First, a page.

Flood-proof plan for Norwich homes scheme
A scheme to build hundreds of new homes on the outskirts of Norwich has been awarded a slice of �2.3m to make the houses flood-proof – and could help shape the way future developments nationwide are protected from climate change.
The work which will be done to ensure the new homes earmarked for the Deal Ground and May Gurney sites near Trowse can withstand flooding will help forge a national strategy on how to adapt buildings in the face of climate change.
Plans for the ambitious �100m scheme to build 682 homes and a marina on the brownfield land were lodged with Norwich City Council earlier this year.
As reported in the Evening News, the proposals, submitted by Norfolk-based developer Serruys Property Company, would finally see the development of 45 acres of land between Trowse and Whitlingham.
The architects behind the plans, which also include a public square, a new marina along the river Wensum, 682 homes and 25,000 sq ft of commercial space have been awarded central government funding to help research the site.
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Baca Architects have won a share of �2.3m from the Technology Strategy Board, to find solutions to climate change issues such as flooding and water stress.
The firm says that extra cash will mean they can undertake new academic research and testing of the best products, practices and materials for the homes and shops planned for the site.
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A spokesman for Baca said: 'Working with a consortium of high profile experts, including the Universities of East Anglia (UEA) and Wolverhampton (UoW), The Tyndall Centre for Climate Change Research and the Climatic Research Unit, we will have unprecedented access to world-leading technical experts, modelling and engineers.
'The findings will be turned into an illustrated manual of 'best practice' to help other designers and constructors working in similar site conditions to design homes better suited for future needs.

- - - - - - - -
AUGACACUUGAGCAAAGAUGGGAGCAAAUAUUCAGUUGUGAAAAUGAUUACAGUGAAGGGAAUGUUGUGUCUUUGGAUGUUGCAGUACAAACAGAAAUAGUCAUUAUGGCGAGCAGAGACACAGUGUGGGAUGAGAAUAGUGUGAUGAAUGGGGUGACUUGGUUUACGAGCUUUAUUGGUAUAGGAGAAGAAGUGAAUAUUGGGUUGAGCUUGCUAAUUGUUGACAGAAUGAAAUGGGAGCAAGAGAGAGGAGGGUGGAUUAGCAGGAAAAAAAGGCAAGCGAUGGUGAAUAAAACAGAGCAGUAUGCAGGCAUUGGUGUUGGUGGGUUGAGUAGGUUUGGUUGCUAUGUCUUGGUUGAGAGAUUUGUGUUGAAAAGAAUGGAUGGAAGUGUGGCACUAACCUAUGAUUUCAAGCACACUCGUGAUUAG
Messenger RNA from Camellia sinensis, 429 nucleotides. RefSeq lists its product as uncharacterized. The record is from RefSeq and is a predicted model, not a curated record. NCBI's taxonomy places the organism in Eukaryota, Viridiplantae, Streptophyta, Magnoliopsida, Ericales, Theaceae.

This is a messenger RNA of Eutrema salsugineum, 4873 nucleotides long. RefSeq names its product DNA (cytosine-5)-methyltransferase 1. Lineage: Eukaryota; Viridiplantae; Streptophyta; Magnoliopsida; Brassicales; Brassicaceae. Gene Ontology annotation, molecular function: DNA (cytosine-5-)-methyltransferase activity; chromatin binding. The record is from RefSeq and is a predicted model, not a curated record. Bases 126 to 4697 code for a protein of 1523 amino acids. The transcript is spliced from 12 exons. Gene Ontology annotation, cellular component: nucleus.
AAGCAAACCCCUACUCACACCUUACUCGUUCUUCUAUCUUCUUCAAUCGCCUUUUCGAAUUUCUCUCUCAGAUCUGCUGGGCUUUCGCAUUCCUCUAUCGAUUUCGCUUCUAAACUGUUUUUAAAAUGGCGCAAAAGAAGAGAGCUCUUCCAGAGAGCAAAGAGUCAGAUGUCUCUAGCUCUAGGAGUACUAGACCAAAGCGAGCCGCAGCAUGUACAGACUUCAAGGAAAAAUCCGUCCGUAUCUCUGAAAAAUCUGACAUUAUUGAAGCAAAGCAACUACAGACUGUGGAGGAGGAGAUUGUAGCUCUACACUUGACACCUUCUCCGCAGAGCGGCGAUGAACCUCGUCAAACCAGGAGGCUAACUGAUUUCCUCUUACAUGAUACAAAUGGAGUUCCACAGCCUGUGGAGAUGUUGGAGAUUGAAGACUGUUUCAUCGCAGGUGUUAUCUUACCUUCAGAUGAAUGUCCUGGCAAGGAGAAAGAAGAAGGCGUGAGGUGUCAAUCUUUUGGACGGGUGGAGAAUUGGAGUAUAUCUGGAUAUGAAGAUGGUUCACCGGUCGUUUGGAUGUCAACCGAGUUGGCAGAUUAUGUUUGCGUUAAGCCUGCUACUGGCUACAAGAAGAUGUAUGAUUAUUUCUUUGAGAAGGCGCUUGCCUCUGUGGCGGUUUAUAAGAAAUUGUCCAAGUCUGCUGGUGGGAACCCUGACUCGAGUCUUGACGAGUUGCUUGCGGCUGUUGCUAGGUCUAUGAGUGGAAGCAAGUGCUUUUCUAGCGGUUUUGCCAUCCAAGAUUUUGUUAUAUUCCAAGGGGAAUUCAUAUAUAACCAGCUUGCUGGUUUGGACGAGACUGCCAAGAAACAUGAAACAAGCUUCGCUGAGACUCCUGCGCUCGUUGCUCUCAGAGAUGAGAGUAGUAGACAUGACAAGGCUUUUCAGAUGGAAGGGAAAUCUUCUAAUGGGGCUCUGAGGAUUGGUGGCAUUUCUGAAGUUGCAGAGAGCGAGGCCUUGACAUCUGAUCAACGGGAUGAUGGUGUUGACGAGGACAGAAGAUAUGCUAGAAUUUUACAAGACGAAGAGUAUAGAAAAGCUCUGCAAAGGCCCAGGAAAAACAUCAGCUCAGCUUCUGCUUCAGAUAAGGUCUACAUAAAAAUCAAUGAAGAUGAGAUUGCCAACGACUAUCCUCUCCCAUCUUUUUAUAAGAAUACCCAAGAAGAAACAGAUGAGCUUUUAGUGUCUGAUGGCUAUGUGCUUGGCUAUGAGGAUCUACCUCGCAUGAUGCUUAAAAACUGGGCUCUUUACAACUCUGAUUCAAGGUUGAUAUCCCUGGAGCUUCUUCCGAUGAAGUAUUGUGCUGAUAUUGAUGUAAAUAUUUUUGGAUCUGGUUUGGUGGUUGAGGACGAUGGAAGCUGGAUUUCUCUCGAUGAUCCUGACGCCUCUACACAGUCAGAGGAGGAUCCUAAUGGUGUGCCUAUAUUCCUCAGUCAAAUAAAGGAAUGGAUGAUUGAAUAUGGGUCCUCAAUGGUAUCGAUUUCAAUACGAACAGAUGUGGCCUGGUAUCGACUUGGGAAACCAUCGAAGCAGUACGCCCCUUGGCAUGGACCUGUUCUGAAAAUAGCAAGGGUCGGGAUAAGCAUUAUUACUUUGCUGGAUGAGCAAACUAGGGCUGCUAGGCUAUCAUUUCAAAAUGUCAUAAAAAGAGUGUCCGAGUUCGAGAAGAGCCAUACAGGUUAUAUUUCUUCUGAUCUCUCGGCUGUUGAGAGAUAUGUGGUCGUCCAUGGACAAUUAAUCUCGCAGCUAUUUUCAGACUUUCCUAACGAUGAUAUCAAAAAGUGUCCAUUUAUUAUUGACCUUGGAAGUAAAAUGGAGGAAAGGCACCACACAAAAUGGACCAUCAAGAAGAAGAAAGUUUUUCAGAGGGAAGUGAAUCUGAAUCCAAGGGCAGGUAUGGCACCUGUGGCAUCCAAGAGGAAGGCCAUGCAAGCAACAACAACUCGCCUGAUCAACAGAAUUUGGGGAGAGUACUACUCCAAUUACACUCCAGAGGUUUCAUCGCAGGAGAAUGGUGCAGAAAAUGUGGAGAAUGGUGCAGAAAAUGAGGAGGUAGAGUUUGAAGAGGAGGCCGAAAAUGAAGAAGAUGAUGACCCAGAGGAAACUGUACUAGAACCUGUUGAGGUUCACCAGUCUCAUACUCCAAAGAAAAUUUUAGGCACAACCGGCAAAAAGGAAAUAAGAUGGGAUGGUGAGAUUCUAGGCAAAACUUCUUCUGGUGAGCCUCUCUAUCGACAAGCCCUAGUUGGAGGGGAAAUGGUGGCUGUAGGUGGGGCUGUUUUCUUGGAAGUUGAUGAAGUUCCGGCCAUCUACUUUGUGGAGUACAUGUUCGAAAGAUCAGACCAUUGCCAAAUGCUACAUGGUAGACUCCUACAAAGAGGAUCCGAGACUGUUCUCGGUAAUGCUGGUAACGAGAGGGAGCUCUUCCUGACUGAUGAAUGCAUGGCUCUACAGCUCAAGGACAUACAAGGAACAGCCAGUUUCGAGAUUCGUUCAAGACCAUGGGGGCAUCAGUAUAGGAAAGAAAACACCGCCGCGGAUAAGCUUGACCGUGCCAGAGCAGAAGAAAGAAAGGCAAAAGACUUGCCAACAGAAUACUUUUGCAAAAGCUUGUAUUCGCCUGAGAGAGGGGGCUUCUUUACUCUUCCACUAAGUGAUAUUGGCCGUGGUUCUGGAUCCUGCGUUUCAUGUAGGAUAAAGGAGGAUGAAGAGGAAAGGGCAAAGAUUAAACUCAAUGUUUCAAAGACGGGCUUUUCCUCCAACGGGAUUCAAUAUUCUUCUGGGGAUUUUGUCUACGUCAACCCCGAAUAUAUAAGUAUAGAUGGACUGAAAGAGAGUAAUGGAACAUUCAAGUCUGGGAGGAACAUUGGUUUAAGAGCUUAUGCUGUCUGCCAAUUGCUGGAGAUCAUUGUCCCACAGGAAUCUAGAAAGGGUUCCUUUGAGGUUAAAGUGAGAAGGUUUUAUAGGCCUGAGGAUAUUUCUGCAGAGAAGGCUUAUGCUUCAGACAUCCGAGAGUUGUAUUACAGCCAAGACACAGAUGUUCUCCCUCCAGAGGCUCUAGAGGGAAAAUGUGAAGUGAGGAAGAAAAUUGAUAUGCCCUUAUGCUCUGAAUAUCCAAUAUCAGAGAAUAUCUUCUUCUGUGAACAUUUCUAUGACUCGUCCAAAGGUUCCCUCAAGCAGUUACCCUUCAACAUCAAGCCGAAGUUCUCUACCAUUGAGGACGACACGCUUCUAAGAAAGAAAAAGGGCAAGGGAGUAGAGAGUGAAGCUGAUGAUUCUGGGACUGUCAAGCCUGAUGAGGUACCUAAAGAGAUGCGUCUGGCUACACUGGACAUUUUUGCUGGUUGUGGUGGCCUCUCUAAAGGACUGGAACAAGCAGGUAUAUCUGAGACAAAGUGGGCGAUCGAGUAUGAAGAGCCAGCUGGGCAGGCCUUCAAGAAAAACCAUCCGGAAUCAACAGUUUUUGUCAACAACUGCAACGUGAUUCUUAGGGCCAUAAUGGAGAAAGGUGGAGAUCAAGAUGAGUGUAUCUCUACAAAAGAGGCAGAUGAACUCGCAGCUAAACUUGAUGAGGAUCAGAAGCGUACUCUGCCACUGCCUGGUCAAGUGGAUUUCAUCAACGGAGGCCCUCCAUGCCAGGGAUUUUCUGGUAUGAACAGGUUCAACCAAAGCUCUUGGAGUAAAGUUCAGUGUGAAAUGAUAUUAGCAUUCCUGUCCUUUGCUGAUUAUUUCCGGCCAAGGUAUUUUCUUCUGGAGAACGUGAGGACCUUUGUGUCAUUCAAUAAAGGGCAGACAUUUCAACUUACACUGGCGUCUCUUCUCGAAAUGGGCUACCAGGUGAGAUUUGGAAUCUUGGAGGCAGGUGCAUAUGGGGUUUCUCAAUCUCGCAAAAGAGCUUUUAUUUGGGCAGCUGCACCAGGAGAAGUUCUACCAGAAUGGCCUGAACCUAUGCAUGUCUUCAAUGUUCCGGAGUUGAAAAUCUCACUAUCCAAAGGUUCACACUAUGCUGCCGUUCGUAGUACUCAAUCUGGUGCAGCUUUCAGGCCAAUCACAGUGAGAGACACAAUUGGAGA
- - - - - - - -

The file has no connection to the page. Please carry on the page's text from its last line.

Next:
'For the East Anglia region, identified as prone to flooding and with a higher than average degree of climate change, the benefits of this research for retro-fitting existing developments in the area could save multi millions of pounds over coming decades.'
Baca director, Robert Barker, said: 'This financial award will allow us to make a further significant contribution to architectural innovation and sustainability.
'The Deal Ground/May Gurney site will become a test case for other water-based developments and the findings will possibly inform revisions to national building standards and regulations.
'We're looking forward to showcasing the results to the rest of the world.'
The site is the biggest area of undeveloped land in the city and speculation has raged for years as to what the future could hold for the site.
The scheme has yet to receive planning permission, but Lanpro Services, which is working with Baca and Serruys Property Company, is also seeking planning permission to run a river bus service to link the areas in Trowse with other developments close to Norwich City's Carrow Road ground. Those proposals will also ensure that the temporary Sustrans Connect2 route is delivered along its entire planned length in the short-term.
Charity Sustrans has been pushing for a bridge and a cycle link as part of a national programme which tries to provide alternatives to car use.
In the long-term, it is planned the river service to be replaced by the bascule bridge link across the river Wensum for pedestrians, cyclists, emergency and service vehicles.
But the development of the Deal Ground and May Gurney site have sparked controversy. Norwich Rivers Heritage Group has objected to the plans, arguing the development would be a 'disaster'.
Whitlingham Charitable Trust has also raised concerns about the impact on the country park, while officers at Norfolk County Council have objected because of the site's proximity to the Trowse railhead – where rock used in road building is delivered and asphalt is produced.
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